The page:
Crystal Sanders remembers Chris Paul calling her in the spring of her senior year in high school.  Chris, also a high school senior, met Crystal at a finalist weekend at Duke for the prestigious Robertson Scholarship.  He knew she was the “real deal.”  He also knew she had her heart set on attending Spelman College and took it upon himself to convince Crystal that her gifts were better suited to Duke.  And fortunately, his strategy worked!

Crystal graduated from Duke in 2005 with a double major in History and Public Policy and completed a senior thesis entitled, “More Than Bricks: A Study of Black Schools In The Carolinas During The Age Of Jim Crow.”  She served as the President of the Duke NAACP chapter and as a Resident Advisor on East Campus.  She was also active with Dukes and Duchesses, Black Student Alliance, and the Cambridge Christian Fellowship.  The Baldwin Scholars program selected Crystal as one of a handful of upperclasss women to serve as a Giles Mentor for the first classes of Baldwin Scholars.

Mentoring has always played a valuable role in Crystal’s life.  Growing up, her grandmother taught her that no one could take away what she put into her head. She instilled in Crystal the importance of education.  At Duke, Crystal learned what it meant to be a young, driven, and assertive woman at an institution where this persona is not always encouraged.  She also made a conscious decision to stop comparing herself to others.  Crystal noted, “As a woman, it is easy to get caught up in self-doubt (Am I smart enough? Am I attractive?  Do I weigh too much?).  I realized that I had too many dreams and too much to accomplish to give voice to inner thoughts of inadequacy.   I am more than enough and I am determined to live my life with that mindset.”  Crystal has shared these lessons with her mentees.

Kelley Akhiemokhali, Baldwin Scholar Class of 2008, connected with Crystal regularly.  Kelley affirmed, “One of my favorite things to do is to sit and stare out of a window. A window can give you a glimpse of the road that leads to a more exciting future and also protect you from the vagaries of weather. In many ways, Crystal was a window for me during my time at Duke. As a Giles Mentor, she was always willing to share with me about her successes and struggles. She offered great advice, resources, and--most importantly--her time. In short, she was a generous spirit. The saying goes that we stand on the shoulders of giants. I have a feeling that Crystal is a giant many of us have to thank for being able to see a little bit further and succeed a little bit more.”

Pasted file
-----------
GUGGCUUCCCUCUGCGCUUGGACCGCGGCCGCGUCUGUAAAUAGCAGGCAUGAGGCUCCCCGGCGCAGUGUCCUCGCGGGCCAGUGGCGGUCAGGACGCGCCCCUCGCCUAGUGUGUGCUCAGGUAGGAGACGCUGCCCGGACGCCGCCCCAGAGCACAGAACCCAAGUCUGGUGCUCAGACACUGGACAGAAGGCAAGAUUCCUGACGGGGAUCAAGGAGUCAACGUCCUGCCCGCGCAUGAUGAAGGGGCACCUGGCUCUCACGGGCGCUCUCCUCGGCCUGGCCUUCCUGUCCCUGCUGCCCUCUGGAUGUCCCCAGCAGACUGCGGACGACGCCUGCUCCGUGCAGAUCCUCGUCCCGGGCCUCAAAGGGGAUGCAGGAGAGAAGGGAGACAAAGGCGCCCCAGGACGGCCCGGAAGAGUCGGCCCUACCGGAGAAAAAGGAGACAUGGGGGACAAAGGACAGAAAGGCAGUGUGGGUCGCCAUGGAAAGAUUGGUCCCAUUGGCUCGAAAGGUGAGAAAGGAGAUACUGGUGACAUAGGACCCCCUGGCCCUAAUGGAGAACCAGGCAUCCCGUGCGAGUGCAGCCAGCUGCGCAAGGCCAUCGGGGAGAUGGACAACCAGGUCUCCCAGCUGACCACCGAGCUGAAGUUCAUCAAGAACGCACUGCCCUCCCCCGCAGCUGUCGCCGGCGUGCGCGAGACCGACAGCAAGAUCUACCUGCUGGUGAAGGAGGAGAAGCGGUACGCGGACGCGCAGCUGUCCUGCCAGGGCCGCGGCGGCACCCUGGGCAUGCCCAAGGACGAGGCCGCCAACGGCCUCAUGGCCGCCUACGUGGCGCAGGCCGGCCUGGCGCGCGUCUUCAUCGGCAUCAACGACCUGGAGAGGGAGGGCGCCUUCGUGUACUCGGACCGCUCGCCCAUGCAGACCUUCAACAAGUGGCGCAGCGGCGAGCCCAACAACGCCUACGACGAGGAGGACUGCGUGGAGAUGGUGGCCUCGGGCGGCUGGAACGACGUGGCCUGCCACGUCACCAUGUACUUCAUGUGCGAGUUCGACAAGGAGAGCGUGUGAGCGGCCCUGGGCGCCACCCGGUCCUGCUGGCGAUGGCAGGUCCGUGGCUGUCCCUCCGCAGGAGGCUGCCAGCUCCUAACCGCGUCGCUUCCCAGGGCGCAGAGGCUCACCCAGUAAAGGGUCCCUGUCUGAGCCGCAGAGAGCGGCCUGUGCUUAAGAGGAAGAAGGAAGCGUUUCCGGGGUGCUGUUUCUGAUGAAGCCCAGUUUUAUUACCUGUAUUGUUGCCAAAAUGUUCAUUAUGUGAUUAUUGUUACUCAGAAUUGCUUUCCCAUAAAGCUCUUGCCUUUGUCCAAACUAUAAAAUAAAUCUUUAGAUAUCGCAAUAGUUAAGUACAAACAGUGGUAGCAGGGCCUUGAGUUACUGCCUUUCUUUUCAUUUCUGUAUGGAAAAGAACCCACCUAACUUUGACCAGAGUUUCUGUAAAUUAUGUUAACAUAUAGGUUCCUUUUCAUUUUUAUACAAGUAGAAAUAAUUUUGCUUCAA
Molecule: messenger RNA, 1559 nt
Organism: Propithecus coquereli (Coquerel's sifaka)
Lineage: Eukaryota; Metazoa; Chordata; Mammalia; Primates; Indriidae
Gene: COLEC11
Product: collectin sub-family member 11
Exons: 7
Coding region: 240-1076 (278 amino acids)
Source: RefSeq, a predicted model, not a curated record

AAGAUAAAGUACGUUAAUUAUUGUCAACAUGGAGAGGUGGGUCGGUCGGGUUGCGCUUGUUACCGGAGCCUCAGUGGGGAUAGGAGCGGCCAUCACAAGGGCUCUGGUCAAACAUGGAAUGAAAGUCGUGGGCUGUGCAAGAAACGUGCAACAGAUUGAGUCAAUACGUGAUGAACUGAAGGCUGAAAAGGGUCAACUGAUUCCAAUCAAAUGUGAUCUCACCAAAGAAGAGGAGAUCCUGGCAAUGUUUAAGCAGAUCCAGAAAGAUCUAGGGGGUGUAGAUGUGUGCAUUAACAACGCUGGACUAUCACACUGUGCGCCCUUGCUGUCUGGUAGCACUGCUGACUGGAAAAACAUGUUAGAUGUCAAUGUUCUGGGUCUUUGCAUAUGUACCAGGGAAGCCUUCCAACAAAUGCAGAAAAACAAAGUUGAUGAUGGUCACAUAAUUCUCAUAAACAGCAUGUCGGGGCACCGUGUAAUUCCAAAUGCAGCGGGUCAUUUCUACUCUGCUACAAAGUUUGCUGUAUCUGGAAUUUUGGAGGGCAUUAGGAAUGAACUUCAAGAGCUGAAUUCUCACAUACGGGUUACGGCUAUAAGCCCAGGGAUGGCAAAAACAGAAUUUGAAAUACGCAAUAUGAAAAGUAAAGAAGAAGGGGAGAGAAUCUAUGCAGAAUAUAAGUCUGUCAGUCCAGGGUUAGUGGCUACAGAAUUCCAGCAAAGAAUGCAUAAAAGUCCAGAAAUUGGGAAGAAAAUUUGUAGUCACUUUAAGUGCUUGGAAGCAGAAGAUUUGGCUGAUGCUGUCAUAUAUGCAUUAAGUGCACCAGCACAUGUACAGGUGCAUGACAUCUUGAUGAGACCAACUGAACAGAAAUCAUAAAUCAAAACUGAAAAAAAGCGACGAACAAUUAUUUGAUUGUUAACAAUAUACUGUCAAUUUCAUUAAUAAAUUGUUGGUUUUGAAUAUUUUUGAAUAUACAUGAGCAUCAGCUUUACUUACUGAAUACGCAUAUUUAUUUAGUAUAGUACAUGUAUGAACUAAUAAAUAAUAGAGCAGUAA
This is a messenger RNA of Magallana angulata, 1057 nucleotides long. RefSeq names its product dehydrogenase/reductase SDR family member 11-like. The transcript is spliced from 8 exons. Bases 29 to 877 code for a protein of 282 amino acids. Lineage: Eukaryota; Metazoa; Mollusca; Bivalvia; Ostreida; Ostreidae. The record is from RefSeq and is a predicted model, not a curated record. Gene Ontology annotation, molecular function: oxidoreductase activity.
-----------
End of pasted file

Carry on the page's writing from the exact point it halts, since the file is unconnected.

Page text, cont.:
Crystal found her intellectual mentor at Duke: Dr. Raymond Gavins.  Dr. Gavins, who died in May 2016, was a veteran of the Civil Rights movement and an impressive scholar.  She reflects, “He taught me how to be a historian.  He taught me the importance of writing accurate and inclusive accounts of American history.  It was at the urging of Dr. Gavins that I decided to embark on an academic career studying and writing about ordinary black men and women who had very little material wealth, but were rich in courage and resilience.  Dr. Gavins also modeled the principle of ‘lifting as you climb.’  It is because of his mentorship that I consider it a privilege and responsibility to support budding young historians.”

She completed her PhD at Northwestern University in 2011 and moved to Penn State University where she is currently an Assistant Professor of History and African American Studies. 

Her first book, A Chance for Change: Head Start and Mississippi’s Black Freedom Struggle, was published in 2016 as part of The University of North Carolina Press’ John Hope Franklin Series in African American History and Culture.  She studied how working-class black women, in collaboration with the federal government, created the Child Development Group of Mississippi, a Head Start program that not only gave poor black children access to early childhood education but also provided black women with greater opportunities for political activism during a crucial time in the unfolding of the Civil Rights movement.

Crystal has important advice for incoming first-year women: “Put yourself out there and meet new people.  The first semester of an academic year is a time when most people are open to meeting and interacting with strangers.  Knock on the door of a student you do not know and expand your social circle.  Duke brings together some of the best, brightest, and most interesting people in the world.  Not only will you make new friends, but also, you will learn something new.  All of the knowledge gained in college will not be acquired in classrooms.  Your peers have stories to tell and lessons to share.”

Just ask her classmate Chris Paul.